It’s been a long haul, but Tesla’s Semi is finally proving that it’s ready to traverse the open road.
According to Tesla, its electric Semi truck, which has been more than five years in the making, just hit a major milestone by traveling 500 miles on a single charge. As noted in a celebratory tweet from Elon Musk, not only did the Semi complete a 500-mile journey, but it did so while shuttling 81,000 pounds of cargo. Not bad for a battery-powered set of wheels.
While 500 miles might not be a humongous feat in the world of long-haul trucking, it is notable in the world of electric long-haul trucking. And with its feat is relative proof that the pain of the Tesla Semi’s journey to fruition may actually be worth the promise.
Long road — It hasn’t been an easy journey for the Tesla Semi. Elon Musk’s first contribution to the world of regional trucking was first announced way back in 2017 and was supposed to go into production just two years after.
Fast forward to 2022 and here we are, still on the precipice of the Tesla Semi debut. Like many of Musk’s most optimistic claims (especially those regarding self-driving), it’s proven a lot harder to bring a Tesla Semi to fruition than he would have the public believe.
Even with that arduous journey, though, Tesla’s Semi is poised to have a major impact on not just how eco-friendly logistics can be, but how cost-effective they are. As noted by Electrek, driving an electric semi is much cheaper than driving a diesel counterpart, and even more so in a world where oil is an increasingly expensive resource.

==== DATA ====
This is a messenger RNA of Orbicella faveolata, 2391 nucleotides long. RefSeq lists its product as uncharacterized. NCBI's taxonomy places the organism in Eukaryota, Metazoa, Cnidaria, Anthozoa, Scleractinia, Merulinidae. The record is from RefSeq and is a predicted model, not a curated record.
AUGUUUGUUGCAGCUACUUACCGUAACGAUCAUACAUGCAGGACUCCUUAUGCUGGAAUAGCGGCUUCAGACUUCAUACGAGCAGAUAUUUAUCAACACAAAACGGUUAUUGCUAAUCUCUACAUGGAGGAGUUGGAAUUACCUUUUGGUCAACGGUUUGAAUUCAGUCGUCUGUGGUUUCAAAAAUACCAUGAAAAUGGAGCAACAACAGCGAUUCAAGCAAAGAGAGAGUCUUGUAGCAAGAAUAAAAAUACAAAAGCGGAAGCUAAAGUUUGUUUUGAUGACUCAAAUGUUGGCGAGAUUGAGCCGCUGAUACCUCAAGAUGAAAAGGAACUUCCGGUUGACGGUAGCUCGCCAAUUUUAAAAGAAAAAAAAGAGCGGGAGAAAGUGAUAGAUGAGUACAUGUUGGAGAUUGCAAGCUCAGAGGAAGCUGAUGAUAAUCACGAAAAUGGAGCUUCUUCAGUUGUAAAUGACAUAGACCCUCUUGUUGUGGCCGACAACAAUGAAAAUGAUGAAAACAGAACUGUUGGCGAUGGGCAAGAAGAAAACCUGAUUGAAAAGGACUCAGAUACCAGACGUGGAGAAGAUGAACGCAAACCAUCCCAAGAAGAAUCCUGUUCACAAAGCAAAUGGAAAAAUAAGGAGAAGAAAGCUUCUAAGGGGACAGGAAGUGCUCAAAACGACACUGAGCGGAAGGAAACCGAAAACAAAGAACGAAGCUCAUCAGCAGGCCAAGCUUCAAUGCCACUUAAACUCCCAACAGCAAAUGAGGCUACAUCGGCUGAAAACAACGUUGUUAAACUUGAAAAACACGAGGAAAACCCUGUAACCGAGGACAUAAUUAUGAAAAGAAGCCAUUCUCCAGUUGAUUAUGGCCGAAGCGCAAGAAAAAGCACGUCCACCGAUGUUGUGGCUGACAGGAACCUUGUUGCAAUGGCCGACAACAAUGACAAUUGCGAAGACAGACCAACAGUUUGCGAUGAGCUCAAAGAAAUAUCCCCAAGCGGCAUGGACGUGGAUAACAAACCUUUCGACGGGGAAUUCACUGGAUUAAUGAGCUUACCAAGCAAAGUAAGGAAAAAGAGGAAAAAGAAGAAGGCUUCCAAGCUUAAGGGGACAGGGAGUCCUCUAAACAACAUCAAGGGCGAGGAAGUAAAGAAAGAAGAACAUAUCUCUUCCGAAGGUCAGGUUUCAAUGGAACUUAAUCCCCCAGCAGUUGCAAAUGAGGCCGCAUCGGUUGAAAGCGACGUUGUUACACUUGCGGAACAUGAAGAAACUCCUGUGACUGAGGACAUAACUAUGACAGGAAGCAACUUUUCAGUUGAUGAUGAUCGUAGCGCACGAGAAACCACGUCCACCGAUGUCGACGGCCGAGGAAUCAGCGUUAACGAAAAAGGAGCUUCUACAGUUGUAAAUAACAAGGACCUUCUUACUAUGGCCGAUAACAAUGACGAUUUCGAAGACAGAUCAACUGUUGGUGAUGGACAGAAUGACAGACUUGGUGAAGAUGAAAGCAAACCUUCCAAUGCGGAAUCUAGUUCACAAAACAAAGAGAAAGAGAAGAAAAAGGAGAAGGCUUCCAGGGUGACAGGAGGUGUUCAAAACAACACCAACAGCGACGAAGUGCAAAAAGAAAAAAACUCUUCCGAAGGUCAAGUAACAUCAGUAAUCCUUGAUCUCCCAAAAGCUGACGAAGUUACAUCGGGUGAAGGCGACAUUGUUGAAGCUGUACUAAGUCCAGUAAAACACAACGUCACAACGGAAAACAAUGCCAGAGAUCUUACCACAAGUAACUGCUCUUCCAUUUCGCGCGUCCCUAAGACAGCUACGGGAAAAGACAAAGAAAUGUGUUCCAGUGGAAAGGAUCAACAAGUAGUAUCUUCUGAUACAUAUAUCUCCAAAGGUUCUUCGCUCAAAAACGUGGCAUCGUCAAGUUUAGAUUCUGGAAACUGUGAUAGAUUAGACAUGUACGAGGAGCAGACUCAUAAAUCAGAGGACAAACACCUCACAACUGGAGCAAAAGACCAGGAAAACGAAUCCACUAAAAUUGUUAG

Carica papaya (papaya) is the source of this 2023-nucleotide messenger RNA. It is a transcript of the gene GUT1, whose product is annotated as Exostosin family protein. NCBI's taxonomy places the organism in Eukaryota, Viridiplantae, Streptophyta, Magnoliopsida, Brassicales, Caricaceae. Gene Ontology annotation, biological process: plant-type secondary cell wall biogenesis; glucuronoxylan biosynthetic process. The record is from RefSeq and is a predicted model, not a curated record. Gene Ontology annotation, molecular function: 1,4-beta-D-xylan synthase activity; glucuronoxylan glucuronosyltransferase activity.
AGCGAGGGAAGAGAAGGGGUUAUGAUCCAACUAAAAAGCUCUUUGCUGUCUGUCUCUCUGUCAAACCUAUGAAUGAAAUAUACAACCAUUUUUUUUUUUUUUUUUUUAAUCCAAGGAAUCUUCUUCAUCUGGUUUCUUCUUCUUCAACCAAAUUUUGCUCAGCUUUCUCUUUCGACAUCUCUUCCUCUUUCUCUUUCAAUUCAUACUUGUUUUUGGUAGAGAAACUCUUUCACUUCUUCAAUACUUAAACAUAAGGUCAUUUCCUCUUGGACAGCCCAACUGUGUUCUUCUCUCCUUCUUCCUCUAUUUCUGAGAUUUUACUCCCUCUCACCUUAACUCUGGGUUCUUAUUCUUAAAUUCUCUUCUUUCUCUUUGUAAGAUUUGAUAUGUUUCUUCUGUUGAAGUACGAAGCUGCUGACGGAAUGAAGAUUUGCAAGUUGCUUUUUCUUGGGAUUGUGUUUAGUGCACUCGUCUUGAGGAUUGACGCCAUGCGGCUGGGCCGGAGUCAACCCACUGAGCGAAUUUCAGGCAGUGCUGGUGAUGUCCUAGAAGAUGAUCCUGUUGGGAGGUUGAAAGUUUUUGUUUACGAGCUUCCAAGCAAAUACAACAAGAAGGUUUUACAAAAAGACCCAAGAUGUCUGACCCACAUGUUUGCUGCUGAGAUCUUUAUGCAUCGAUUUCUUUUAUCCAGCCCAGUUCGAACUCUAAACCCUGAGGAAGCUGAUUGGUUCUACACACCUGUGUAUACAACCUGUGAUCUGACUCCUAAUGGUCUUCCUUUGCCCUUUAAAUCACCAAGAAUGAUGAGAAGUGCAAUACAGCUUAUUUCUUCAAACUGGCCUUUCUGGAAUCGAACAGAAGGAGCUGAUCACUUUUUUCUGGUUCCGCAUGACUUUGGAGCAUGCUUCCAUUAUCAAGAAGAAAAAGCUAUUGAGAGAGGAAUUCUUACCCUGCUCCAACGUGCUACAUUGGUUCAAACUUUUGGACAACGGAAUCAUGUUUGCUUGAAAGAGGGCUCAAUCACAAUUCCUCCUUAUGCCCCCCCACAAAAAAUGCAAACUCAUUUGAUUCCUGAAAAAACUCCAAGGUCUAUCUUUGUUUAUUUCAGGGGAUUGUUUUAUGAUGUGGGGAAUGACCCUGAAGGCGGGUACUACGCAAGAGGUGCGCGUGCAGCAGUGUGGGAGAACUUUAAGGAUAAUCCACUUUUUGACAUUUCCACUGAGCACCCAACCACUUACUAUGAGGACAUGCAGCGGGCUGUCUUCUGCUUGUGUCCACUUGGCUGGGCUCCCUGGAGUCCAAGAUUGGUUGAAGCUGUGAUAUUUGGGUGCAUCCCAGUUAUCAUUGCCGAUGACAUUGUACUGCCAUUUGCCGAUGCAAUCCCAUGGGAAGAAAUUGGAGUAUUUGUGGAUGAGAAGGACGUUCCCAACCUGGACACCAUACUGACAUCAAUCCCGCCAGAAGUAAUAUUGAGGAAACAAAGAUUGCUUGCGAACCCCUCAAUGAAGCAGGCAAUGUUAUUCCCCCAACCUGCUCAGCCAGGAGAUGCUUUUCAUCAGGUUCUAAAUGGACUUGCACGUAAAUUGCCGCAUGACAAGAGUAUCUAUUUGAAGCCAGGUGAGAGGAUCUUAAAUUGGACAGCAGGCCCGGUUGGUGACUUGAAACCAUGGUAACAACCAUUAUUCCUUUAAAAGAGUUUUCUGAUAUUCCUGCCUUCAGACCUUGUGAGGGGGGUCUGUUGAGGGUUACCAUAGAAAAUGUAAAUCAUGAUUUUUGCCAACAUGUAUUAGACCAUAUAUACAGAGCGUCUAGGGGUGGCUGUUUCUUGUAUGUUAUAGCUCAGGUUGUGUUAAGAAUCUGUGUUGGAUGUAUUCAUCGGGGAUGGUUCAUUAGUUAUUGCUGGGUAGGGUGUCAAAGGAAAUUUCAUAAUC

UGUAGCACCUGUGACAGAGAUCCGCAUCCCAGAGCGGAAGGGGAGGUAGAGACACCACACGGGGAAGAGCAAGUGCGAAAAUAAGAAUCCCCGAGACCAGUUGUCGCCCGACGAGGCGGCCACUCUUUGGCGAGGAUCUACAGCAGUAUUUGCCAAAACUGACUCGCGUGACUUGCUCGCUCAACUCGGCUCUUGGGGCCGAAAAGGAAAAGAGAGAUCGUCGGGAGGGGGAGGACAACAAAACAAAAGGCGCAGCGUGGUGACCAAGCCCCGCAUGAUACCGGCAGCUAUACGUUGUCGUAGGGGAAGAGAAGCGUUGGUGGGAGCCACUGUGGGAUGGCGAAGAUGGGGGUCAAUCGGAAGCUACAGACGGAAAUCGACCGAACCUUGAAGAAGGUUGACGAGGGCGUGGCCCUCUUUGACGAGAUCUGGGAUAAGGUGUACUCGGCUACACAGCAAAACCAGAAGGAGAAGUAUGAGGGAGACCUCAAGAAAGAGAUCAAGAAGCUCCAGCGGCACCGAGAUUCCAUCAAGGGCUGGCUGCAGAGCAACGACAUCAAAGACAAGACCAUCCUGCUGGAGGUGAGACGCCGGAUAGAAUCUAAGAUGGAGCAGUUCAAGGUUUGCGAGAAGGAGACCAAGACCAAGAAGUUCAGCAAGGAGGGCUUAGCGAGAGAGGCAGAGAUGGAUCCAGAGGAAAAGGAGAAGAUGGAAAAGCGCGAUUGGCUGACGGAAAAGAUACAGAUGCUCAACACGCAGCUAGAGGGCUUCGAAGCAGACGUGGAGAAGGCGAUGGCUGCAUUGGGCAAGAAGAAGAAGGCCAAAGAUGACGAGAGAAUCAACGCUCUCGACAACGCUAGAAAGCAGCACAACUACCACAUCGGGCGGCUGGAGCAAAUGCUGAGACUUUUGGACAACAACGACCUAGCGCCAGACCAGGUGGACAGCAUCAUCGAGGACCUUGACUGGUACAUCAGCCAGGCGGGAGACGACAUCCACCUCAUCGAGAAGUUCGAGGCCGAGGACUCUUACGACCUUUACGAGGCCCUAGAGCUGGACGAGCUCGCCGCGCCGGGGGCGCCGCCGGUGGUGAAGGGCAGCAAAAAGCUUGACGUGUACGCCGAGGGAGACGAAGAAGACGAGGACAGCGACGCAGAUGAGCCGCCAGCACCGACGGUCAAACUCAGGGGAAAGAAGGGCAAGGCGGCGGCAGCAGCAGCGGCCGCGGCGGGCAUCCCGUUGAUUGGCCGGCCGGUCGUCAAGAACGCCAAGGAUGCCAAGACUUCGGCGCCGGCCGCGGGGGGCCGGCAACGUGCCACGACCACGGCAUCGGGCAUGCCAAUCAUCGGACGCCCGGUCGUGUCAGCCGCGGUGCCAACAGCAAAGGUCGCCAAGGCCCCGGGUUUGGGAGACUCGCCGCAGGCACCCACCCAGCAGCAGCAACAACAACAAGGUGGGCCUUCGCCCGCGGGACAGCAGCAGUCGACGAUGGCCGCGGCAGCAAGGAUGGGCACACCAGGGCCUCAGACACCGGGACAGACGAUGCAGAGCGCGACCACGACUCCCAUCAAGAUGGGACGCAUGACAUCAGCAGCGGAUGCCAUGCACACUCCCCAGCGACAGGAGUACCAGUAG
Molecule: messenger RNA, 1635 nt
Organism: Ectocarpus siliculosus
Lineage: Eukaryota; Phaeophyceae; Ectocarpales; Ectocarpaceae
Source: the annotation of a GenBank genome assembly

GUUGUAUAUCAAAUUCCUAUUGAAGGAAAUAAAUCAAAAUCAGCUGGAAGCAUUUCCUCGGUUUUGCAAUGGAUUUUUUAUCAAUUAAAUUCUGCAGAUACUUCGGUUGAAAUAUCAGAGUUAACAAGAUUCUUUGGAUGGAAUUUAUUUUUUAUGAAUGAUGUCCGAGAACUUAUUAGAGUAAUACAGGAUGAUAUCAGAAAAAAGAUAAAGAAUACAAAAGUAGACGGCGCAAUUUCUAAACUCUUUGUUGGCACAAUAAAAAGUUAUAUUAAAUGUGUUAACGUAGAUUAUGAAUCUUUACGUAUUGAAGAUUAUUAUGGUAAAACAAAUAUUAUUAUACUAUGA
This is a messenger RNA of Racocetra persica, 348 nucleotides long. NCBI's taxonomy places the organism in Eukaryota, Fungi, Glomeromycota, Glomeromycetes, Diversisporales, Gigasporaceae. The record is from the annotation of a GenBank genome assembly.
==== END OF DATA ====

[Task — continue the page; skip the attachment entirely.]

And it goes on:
Major companies are clearly already taking note of those benefits. Tesla is set to ship 100 of its Semis to Pepsi in December, marking the first major adoption from a corporation of note. Tesla knows how big of a win securing Pepsi’s seal of approval is and is set to hold an event on December 1 when the vehicles are delivered.
A new age — EVs are clearly the future of personal transit, and as such, commercial driving is trending in the same direction. Tesla may be the biggest name in the world of electric trucking, but other competitors like Canoo, which sold 4,500 electric vans to Walmart, are also making major headway in the space.
Electrification of regional shipping isn’t the only goal, either. Tesla has a headstart on self-driving tech, and will use that to its advantage. For shipping companies, the only thing better than cutting costs on fuel is cutting costs on paying a real person a real wage to actually drive something to a different location.
Whether Tesla will be able to dominate the trucking market like its done with consumer-facing EVs is an open question, of course, but with name-brand recognition and years of hard experience under its belt, it’s hard to envision a world where the Tesla Semi doesn’t make a splash.